She seems surprised that the report doesn’t walk the reader through the reasons why Wakefield’s speculative 12-subject case-series report is less worrying when considered alongside the many large epidemiological surveys of up to half a million people that the Cochrane review focuses on. But the reasons are clear to anyone who understands biomedical research.

Phillips presents material as experimental scientific research when it has never been published in a peer-reviewed academic journal and is not indexed in PubMed, the standard search tool for finding medical academic papers.

One piece of scientific research she refers to has been published only in the in-house magazine of a rightwing US pressure group well known for polemics on homosexuality, abortion and vaccines. She says “autistic enterocolitis” is a “disease” and a “new syndrome” that has been “replicated in studies around the world”. As a rough guide, the phrase “autistic enterocolitis” appears in only five PubMed-indexed academic papers, one by Wakefield and four others mostly doubting its status.

What’s more, she seems to misunderstand basic epidemiology. Large population surveys have greater power to detect a small increase in a given condition. Apparently not for Phillips: “Only a very small proportion are said to have been badly affected … ” she says.”But population-wide studies are considered too large and insensitive to pick up small numbers such as this.”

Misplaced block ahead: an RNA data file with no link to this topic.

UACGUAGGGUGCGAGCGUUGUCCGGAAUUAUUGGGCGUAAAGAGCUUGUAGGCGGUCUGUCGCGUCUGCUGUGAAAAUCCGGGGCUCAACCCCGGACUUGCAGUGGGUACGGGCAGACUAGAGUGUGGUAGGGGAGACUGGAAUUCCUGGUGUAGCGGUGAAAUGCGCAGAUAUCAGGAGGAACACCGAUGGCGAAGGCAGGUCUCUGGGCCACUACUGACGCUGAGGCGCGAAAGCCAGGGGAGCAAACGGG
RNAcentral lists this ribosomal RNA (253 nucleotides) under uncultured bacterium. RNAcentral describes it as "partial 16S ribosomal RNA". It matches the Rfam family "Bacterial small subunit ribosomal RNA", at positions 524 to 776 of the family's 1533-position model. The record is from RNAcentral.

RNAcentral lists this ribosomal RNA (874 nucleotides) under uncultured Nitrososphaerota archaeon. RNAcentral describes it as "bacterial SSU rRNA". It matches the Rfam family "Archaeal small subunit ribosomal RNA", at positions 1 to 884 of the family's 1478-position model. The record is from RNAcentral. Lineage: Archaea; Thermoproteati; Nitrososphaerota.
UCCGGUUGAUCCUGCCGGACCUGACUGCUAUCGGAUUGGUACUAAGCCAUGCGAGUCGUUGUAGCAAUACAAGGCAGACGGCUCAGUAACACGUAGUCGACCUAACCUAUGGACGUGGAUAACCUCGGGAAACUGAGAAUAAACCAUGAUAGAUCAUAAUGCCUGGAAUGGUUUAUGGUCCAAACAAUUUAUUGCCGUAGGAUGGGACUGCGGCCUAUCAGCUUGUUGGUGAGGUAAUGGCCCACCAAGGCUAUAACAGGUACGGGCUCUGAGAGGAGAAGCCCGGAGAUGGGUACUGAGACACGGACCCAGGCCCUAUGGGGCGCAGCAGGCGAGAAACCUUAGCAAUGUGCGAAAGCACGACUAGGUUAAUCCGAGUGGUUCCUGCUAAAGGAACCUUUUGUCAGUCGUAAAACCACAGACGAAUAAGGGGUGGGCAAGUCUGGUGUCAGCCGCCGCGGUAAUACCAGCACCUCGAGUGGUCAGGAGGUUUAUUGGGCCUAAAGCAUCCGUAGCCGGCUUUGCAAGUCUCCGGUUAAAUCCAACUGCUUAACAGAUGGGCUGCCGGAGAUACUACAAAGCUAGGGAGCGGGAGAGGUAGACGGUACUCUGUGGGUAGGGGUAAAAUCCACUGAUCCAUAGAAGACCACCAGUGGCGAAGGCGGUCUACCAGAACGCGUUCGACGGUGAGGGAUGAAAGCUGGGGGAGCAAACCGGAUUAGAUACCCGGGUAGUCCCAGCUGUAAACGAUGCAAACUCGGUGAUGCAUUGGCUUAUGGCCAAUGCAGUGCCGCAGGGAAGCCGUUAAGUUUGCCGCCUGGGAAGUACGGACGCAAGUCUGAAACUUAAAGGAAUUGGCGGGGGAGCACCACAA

It is self-evident to anybody who understands biomedical research, and if you don’t get it then you have only two choices: you can either learn to interpret data yourself and come to your own informed conclusions; or you decide who to trust. Choose wisely.

· Ben Goldacre is a doctor and writes the Bad Science column in the Guardian bad.science@guardian.co.uk

Comments below, personal anecdotes will be deleted as people get easily upset by the subsequent responses, childish personal attacks on anyone will be deleted unless they are funny. If your post is more than one thousand words long you are officially a loser.


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136 Responses



  1. Kieran said,

    November 2, 2005 at 11:22 am

    From the article:
    “Only a very small proportion are said to have been badly affected … ” she says.”But population-wide studies are considered too large and insensitive to pick up small numbers such as this.”

    I wonder if this statement could be used in teaching (elementary) statistics? “What is wrong with the following statement?”

  2. John A said,

    November 2, 2005 at 12:13 pm

    I think the key phrase is “such like this”. Clearly the best way to pick up small numbers “such like this” is to advertise for patients who have recently had the vaccine and subsequently developed autism. (For example by approaching some campaign group run by MMR sceptics). Then see if the rate of autism in these children is higher than in a population of children who haven’t had the vaccine.

    Then rub your hands together, say “mwahaha” and await the sweet shower of adoration from the Daily Mail…

  3. Stephen said,

    November 2, 2005 at 12:36 pm

    Perhaps an column on how to decide who to trust would be good.

  4. Ashish said,

    November 2, 2005 at 12:57 pm

    Ms. Phillips quite clearly doesn’t get it, but a lot of “scientists” don’t either. Maybe your colleagues in Britain are wiser than mine in America, Ben, but I know at least a few physicians who couldn’t fluently describe the meaning of a p-value or the importance of variance relative to a mean. Without those concepts it’s hard to interpret a research paper, and maybe that’s why those physicians don’t bother.